Helping Doctors Decide
When Mike Hughes was studying machine learning for his computer science PhD, it seemed like many of his peers were focused on cats. “So much of what people were working on was things like object recognition in images—is there a cat in this cellphone picture or not?” Hughes recalled. He wanted more. He wanted to really help people.
Now, a little less than a year into his assistant professorship at Tufts, Hughes is building tools to help doctors make better decisions in the intensive care unit. By applying machine learning and statistical modeling to data already being collected during treatment—like blood pressure and heart rate—he can start to answer complex questions like, Can this patient be taken off intubation in the next few hours? “Because there’s a huge cost to taking somebody off and then realizing, Oh no, they’re struggling,” Hughes explained. He is also doing similar work with antidepressant recommendations for patients with major depression, a disease notoriously difficult to medicate.
Deployment of either of these systems is still a few years off, Hughes warned. But one big benefit of using readily available information from ICUs and psychiatrists is that once the tools are ready, they might be able to quickly make a difference. “There’s no additional input that doctors need to provide,” he said. “Literally in any hospital in the US that has an electronic records system we could, in short order, obtain this kind of input for any subject they were interested in.”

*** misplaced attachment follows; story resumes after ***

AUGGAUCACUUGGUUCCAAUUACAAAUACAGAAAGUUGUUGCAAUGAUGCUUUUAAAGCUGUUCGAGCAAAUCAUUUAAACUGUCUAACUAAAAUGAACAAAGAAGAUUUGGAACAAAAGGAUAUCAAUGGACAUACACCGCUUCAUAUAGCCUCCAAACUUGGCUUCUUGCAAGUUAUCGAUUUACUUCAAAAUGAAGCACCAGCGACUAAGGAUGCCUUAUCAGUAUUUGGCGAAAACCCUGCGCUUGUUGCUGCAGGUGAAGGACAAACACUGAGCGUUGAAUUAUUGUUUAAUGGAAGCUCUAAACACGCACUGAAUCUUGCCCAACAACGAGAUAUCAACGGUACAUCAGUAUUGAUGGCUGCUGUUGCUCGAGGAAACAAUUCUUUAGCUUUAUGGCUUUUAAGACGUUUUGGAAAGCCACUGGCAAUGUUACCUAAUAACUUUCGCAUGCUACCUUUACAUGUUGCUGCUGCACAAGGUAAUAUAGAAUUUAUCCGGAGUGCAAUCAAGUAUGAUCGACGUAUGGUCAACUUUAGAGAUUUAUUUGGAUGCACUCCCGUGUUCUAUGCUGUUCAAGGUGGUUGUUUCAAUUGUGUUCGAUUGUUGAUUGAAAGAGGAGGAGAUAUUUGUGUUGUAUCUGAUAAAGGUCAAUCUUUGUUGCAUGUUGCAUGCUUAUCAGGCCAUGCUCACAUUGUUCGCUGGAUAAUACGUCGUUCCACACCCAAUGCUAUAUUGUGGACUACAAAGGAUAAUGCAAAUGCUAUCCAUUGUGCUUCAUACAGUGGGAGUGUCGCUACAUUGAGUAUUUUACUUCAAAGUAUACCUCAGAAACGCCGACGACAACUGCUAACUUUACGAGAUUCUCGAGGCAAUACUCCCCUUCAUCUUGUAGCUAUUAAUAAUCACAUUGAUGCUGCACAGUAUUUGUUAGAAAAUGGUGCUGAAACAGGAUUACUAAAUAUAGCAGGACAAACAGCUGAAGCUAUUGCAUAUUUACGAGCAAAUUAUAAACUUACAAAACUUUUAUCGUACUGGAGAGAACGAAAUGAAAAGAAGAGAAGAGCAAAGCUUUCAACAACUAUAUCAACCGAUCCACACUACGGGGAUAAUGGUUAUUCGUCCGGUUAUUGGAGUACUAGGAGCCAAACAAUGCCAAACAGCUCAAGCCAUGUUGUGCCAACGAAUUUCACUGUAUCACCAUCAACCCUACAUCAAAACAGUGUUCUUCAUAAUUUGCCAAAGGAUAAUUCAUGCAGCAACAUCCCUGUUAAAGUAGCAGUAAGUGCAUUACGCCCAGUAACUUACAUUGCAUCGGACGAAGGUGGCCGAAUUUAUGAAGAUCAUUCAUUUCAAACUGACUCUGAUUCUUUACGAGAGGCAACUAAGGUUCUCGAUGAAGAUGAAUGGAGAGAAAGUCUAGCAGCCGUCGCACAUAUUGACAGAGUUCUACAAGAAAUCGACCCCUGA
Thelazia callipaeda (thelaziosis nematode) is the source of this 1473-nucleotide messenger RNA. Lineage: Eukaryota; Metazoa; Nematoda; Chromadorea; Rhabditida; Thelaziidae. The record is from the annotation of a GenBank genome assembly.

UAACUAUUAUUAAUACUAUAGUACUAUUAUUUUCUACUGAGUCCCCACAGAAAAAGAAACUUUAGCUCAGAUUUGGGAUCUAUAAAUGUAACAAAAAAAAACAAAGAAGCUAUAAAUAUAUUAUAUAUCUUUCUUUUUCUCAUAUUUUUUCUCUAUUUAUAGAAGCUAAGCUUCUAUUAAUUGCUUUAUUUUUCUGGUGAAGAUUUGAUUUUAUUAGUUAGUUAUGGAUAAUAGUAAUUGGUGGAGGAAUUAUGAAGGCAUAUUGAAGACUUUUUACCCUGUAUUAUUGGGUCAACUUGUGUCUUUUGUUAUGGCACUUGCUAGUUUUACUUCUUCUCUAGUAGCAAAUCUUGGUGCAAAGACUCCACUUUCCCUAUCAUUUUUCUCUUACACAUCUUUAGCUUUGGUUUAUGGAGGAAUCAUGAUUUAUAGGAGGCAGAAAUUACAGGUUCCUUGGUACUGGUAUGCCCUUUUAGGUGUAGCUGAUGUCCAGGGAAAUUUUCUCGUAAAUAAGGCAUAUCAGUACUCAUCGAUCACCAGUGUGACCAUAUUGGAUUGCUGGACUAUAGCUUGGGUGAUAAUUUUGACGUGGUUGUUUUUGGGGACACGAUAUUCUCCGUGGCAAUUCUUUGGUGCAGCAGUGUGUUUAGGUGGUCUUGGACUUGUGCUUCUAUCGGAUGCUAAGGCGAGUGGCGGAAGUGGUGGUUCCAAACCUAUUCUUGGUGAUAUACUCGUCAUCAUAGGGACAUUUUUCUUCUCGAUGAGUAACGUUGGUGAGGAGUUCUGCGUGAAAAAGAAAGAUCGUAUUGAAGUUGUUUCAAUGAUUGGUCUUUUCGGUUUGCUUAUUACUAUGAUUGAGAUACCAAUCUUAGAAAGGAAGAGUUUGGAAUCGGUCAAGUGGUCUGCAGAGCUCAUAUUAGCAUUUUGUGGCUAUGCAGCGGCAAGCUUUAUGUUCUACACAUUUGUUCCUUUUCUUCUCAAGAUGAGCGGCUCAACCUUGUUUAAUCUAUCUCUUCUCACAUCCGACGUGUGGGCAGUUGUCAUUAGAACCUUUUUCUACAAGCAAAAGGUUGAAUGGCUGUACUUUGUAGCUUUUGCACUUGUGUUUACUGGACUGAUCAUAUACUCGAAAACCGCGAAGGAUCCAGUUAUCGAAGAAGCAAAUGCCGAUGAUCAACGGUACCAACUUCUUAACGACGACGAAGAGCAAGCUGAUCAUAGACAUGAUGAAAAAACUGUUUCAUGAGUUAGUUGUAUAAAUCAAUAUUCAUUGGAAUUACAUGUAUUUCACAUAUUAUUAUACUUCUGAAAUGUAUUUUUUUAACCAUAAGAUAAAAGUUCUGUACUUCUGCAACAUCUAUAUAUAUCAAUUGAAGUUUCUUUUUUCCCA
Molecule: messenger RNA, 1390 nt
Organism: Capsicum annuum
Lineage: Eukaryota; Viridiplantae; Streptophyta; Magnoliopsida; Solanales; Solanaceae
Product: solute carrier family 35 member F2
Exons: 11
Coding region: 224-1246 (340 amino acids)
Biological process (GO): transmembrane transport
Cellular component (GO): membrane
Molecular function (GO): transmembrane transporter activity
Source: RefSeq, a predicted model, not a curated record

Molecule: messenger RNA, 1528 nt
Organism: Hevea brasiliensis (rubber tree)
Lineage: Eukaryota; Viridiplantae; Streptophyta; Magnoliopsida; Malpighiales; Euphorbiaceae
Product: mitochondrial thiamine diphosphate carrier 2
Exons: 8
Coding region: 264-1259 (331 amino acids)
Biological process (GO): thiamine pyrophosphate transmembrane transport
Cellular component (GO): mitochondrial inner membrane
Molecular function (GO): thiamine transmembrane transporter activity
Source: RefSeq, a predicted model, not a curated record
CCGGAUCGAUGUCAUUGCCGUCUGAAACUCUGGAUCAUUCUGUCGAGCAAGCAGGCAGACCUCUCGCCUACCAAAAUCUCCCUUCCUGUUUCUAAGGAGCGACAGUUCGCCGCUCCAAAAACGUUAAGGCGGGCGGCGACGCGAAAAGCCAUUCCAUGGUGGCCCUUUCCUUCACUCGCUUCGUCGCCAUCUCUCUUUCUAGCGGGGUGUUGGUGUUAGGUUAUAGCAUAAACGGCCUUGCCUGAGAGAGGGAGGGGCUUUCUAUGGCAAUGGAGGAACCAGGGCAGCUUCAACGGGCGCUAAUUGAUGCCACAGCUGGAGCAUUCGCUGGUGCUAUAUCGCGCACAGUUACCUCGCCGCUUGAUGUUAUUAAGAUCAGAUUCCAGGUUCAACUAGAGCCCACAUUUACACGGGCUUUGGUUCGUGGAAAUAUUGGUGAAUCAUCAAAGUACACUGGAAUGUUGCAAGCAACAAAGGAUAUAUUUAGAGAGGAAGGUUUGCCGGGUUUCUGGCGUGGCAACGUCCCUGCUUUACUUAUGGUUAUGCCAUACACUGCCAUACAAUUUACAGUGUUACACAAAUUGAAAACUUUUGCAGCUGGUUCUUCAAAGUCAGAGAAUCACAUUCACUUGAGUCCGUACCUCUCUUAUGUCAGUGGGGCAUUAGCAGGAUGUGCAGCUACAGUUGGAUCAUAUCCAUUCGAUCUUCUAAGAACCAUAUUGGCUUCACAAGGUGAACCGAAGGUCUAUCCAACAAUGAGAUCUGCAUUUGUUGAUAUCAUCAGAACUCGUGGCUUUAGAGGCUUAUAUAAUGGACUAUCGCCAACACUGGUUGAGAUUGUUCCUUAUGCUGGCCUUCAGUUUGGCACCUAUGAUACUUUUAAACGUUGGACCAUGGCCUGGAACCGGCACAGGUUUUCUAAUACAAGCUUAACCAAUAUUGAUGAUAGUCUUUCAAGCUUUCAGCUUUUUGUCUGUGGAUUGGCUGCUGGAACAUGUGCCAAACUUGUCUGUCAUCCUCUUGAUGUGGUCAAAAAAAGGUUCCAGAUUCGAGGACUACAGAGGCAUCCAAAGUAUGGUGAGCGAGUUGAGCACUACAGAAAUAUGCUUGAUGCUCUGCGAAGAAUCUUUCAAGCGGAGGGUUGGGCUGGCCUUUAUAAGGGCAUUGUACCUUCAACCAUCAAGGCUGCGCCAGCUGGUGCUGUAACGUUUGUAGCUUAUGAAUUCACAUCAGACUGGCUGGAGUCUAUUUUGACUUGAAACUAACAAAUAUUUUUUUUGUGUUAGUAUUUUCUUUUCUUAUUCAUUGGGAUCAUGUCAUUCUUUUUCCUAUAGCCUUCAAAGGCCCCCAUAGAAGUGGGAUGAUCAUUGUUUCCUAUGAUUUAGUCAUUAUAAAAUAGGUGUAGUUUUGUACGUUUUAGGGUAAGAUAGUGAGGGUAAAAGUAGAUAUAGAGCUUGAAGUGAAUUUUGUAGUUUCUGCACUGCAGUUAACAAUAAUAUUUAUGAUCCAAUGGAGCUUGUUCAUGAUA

Building Better Tools
Big data is so big these days that researchers who want to use it don’t always have all the computational tools they need to make the best sense of it. That’s where people like Professor Lenore Cowen step in. Using graph theory and machine learning, she’s trying to find ways for scientists to better study how networks of genes might be connected in various disease states. In Facebook terms, it’s a little like looking at a chart of your different social connections. “If I have a list of all the people that you’re friends with, I might be able to infer some very interesting things about you, right?” Cowen said. “If all these other genes are also involved in a disease, then even though I didn’t know you were involved in this disease, maybe I can predict you are.”
Gene maps like these would give medical researchers much deeper insights into complicated, multi-gene diseases, which actually comprise the bulk of diseases out there—very few conditions come from only one easily identifiable gene, like Huntington’s disease. Cowen doesn’t investigate the medical research herself, but she makes her programs available to other scientists who do. “I am more building a toolbox,” she said, “and then people can take those tools and use them for whatever disease they’re interested in.”
Mitigating Down Syndrome